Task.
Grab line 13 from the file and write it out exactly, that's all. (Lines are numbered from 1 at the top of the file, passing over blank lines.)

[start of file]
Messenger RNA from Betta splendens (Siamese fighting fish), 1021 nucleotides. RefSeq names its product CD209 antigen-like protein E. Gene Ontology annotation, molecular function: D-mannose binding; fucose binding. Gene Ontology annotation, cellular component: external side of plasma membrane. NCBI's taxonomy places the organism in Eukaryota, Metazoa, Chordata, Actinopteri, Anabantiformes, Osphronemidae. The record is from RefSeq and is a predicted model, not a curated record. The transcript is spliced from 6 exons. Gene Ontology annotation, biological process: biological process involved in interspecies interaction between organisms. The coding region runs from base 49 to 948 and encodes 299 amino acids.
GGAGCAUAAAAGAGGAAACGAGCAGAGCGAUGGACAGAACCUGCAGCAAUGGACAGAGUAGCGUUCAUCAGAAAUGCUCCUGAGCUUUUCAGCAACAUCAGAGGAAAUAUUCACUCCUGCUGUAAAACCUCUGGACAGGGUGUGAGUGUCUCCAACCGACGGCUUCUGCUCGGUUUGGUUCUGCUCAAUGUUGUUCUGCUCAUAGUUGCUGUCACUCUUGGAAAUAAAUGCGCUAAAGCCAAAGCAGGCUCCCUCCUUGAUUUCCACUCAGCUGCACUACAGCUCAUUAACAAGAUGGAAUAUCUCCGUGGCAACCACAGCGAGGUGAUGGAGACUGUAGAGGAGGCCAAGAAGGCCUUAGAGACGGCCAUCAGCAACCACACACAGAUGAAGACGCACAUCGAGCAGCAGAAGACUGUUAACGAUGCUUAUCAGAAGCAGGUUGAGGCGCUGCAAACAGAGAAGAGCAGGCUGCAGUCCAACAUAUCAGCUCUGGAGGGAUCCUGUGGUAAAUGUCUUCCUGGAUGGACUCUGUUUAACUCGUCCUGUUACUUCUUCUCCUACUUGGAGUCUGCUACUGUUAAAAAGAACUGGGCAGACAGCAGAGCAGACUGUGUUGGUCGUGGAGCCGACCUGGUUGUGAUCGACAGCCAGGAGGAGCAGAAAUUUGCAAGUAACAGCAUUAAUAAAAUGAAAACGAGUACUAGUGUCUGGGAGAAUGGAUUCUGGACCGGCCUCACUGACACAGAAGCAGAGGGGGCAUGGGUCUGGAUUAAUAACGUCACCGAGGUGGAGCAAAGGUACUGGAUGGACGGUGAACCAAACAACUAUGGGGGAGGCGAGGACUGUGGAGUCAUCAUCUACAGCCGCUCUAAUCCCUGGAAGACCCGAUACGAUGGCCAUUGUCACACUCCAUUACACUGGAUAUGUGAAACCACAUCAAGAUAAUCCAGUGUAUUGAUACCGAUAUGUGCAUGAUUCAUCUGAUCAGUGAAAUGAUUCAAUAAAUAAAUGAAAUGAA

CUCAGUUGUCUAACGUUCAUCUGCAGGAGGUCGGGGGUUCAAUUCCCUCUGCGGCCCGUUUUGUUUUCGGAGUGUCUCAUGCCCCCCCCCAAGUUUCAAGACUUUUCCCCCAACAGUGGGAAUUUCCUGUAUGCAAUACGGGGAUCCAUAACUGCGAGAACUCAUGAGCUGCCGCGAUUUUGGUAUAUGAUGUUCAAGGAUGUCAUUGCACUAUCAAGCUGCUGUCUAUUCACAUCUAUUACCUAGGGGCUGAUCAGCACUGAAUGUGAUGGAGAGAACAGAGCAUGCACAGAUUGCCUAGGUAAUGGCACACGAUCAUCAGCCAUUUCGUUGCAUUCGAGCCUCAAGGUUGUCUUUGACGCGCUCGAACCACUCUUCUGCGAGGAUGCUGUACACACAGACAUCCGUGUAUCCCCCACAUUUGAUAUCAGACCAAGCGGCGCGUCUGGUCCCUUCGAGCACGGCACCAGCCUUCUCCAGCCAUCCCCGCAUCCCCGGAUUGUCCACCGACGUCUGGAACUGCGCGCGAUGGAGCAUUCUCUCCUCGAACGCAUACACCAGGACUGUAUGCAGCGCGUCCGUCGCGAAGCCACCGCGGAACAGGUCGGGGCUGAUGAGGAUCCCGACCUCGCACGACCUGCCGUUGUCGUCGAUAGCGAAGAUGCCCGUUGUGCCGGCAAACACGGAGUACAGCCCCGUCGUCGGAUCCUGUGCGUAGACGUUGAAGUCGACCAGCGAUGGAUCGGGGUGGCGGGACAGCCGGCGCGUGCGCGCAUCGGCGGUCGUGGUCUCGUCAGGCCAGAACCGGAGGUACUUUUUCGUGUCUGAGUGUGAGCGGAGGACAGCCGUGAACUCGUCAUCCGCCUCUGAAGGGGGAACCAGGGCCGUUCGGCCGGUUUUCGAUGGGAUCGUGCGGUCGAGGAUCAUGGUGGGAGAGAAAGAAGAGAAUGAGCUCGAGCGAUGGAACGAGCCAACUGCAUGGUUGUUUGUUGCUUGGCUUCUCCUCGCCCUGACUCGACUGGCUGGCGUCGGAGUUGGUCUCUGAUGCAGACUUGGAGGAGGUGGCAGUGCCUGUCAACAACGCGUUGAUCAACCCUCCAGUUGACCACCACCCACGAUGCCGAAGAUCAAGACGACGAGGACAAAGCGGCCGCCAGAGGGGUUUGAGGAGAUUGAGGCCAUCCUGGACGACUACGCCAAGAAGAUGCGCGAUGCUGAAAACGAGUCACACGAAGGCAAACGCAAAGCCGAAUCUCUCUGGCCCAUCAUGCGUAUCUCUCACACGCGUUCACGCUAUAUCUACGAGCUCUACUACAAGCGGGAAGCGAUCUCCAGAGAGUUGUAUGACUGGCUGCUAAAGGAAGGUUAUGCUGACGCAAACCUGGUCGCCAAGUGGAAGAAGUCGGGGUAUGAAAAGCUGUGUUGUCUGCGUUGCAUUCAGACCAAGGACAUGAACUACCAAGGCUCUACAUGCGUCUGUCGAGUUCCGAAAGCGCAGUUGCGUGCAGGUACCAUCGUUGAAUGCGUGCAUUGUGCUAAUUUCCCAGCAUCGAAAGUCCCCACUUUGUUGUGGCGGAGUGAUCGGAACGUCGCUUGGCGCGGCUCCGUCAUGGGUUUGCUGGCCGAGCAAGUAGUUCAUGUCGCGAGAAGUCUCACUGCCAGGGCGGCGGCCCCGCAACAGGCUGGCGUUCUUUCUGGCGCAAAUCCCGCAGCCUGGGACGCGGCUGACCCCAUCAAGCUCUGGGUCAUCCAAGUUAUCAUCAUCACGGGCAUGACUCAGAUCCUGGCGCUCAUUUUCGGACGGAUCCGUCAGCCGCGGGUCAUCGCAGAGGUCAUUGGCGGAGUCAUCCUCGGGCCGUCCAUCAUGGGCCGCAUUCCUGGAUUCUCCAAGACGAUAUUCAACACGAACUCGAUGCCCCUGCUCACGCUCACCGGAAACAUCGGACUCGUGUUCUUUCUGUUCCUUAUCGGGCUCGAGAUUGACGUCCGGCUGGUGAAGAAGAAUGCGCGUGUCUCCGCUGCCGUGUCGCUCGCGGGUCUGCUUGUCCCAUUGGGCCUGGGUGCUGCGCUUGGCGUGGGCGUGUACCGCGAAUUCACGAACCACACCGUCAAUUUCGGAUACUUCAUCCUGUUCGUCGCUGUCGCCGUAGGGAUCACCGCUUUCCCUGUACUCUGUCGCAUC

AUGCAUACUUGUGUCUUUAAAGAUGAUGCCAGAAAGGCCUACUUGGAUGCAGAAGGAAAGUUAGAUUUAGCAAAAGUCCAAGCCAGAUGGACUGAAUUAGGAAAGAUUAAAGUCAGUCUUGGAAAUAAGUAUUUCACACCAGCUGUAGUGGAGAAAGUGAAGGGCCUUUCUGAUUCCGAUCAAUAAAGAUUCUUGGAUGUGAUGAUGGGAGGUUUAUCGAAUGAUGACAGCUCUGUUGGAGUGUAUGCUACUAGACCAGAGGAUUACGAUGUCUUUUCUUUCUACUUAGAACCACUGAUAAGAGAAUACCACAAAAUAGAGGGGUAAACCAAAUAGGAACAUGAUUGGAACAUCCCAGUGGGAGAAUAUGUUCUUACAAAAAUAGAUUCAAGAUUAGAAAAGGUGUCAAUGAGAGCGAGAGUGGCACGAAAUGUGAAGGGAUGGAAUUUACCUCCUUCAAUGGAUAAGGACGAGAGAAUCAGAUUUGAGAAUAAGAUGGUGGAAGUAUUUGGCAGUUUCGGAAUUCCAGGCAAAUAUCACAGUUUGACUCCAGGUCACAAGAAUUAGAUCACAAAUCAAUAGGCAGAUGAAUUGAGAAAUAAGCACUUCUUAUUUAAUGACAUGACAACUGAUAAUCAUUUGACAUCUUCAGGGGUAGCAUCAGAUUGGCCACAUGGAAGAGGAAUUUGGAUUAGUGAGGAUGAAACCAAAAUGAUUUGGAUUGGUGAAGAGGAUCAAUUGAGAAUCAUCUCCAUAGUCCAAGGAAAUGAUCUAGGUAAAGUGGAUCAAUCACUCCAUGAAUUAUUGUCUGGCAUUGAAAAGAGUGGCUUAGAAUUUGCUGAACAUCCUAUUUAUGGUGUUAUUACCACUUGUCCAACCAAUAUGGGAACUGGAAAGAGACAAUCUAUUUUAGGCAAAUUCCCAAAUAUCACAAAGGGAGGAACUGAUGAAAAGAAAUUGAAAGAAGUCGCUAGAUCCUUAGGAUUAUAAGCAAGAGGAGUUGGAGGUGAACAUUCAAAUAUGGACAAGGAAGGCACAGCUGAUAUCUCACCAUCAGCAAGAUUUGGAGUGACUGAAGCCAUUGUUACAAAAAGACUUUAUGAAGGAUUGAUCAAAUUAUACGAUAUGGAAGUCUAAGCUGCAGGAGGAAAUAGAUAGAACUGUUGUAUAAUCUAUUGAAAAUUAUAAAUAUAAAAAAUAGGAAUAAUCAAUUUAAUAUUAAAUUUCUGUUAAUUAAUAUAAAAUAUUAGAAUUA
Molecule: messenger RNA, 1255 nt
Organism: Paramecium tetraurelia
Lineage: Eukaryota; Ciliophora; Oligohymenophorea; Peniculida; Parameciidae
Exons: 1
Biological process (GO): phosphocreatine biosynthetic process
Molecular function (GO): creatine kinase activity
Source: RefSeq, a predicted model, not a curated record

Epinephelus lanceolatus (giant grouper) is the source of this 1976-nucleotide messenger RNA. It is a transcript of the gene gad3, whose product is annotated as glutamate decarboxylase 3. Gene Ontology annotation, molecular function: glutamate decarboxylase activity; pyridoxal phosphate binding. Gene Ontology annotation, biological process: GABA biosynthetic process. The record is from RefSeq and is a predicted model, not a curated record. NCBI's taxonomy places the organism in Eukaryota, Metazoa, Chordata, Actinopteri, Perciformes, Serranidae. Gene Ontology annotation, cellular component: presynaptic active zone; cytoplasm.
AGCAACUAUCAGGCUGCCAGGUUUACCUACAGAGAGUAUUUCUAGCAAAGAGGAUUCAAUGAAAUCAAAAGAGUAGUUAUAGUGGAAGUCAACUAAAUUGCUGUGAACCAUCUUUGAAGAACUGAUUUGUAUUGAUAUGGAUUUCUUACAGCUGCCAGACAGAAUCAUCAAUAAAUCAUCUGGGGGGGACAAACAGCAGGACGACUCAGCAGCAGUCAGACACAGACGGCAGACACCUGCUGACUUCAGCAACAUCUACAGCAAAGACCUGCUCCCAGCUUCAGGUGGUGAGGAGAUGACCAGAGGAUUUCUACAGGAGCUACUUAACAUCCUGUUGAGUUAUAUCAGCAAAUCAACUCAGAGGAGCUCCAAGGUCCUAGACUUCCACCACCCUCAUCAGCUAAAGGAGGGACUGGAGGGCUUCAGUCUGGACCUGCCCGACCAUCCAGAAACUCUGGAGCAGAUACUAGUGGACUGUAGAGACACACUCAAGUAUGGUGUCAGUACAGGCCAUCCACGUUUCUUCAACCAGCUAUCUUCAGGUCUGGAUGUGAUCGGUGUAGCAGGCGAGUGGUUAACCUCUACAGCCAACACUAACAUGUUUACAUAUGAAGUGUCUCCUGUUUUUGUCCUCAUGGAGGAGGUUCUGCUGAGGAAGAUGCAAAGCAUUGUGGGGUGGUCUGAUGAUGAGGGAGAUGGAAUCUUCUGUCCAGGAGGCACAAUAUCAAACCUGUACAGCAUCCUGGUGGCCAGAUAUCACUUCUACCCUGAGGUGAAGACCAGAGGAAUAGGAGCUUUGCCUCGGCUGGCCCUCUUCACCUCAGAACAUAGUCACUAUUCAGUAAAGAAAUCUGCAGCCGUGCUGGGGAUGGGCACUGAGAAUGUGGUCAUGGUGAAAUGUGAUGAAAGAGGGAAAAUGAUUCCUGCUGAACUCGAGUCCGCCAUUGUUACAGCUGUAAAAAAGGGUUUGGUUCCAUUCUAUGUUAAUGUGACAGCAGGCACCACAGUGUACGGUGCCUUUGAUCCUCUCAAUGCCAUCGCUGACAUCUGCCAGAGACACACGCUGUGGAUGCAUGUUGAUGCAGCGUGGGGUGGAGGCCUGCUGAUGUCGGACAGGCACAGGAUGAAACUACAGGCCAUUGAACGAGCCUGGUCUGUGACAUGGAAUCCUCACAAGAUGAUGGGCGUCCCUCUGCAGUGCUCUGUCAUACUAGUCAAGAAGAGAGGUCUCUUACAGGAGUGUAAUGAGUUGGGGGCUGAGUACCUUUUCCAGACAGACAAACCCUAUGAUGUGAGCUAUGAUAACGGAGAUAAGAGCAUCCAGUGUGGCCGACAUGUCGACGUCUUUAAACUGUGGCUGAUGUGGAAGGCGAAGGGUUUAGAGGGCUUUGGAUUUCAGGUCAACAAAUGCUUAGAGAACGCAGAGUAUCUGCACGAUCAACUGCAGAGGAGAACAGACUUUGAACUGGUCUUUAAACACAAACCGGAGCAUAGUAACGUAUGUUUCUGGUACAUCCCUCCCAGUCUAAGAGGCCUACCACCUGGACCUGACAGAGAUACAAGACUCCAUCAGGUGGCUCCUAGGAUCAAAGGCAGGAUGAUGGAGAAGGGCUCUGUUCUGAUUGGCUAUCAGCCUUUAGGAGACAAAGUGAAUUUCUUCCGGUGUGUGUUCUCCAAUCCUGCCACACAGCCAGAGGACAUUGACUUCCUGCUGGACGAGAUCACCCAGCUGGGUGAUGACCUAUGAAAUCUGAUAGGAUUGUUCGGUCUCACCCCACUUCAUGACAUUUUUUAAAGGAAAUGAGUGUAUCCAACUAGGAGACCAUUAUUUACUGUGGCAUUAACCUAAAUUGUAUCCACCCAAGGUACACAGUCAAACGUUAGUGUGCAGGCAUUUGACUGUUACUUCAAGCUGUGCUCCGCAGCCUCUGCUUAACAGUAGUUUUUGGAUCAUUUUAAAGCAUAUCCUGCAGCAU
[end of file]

AGCAACUAUCAGGCUGCCAGGUUUACCUACAGAGAGUAUUUCUAGCAAAGAGGAUUCAAUGAAAUCAAAAGAGUAGUUAUAGUGGAAGUCAACUAAAUUGCUGUGAACCAUCUUUGAAGAACUGAUUUGUAUUGAUAUGGAUUUCUUACAGCUGCCAGACAGAAUCAUCAAUAAAUCAUCUGGGGGGGACAAACAGCAGGACGACUCAGCAGCAGUCAGACACAGACGGCAGACACCUGCUGACUUCAGCAACAUCUACAGCAAAGACCUGCUCCCAGCUUCAGGUGGUGAGGAGAUGACCAGAGGAUUUCUACAGGAGCUACUUAACAUCCUGUUGAGUUAUAUCAGCAAAUCAACUCAGAGGAGCUCCAAGGUCCUAGACUUCCACCACCCUCAUCAGCUAAAGGAGGGACUGGAGGGCUUCAGUCUGGACCUGCCCGACCAUCCAGAAACUCUGGAGCAGAUACUAGUGGACUGUAGAGACACACUCAAGUAUGGUGUCAGUACAGGCCAUCCACGUUUCUUCAACCAGCUAUCUUCAGGUCUGGAUGUGAUCGGUGUAGCAGGCGAGUGGUUAACCUCUACAGCCAACACUAACAUGUUUACAUAUGAAGUGUCUCCUGUUUUUGUCCUCAUGGAGGAGGUUCUGCUGAGGAAGAUGCAAAGCAUUGUGGGGUGGUCUGAUGAUGAGGGAGAUGGAAUCUUCUGUCCAGGAGGCACAAUAUCAAACCUGUACAGCAUCCUGGUGGCCAGAUAUCACUUCUACCCUGAGGUGAAGACCAGAGGAAUAGGAGCUUUGCCUCGGCUGGCCCUCUUCACCUCAGAACAUAGUCACUAUUCAGUAAAGAAAUCUGCAGCCGUGCUGGGGAUGGGCACUGAGAAUGUGGUCAUGGUGAAAUGUGAUGAAAGAGGGAAAAUGAUUCCUGCUGAACUCGAGUCCGCCAUUGUUACAGCUGUAAAAAAGGGUUUGGUUCCAUUCUAUGUUAAUGUGACAGCAGGCACCACAGUGUACGGUGCCUUUGAUCCUCUCAAUGCCAUCGCUGACAUCUGCCAGAGACACACGCUGUGGAUGCAUGUUGAUGCAGCGUGGGGUGGAGGCCUGCUGAUGUCGGACAGGCACAGGAUGAAACUACAGGCCAUUGAACGAGCCUGGUCUGUGACAUGGAAUCCUCACAAGAUGAUGGGCGUCCCUCUGCAGUGCUCUGUCAUACUAGUCAAGAAGAGAGGUCUCUUACAGGAGUGUAAUGAGUUGGGGGCUGAGUACCUUUUCCAGACAGACAAACCCUAUGAUGUGAGCUAUGAUAACGGAGAUAAGAGCAUCCAGUGUGGCCGACAUGUCGACGUCUUUAAACUGUGGCUGAUGUGGAAGGCGAAGGGUUUAGAGGGCUUUGGAUUUCAGGUCAACAAAUGCUUAGAGAACGCAGAGUAUCUGCACGAUCAACUGCAGAGGAGAACAGACUUUGAACUGGUCUUUAAACACAAACCGGAGCAUAGUAACGUAUGUUUCUGGUACAUCCCUCCCAGUCUAAGAGGCCUACCACCUGGACCUGACAGAGAUACAAGACUCCAUCAGGUGGCUCCUAGGAUCAAAGGCAGGAUGAUGGAGAAGGGCUCUGUUCUGAUUGGCUAUCAGCCUUUAGGAGACAAAGUGAAUUUCUUCCGGUGUGUGUUCUCCAAUCCUGCCACACAGCCAGAGGACAUUGACUUCCUGCUGGACGAGAUCACCCAGCUGGGUGAUGACCUAUGAAAUCUGAUAGGAUUGUUCGGUCUCACCCCACUUCAUGACAUUUUUUAAAGGAAAUGAGUGUAUCCAACUAGGAGACCAUUAUUUACUGUGGCAUUAACCUAAAUUGUAUCCACCCAAGGUACACAGUCAAACGUUAGUGUGCAGGCAUUUGACUGUUACUUCAAGCUGUGCUCCGCAGCCUCUGCUUAACAGUAGUUUUUGGAUCAUUUUAAAGCAUAUCCUGCAGCAU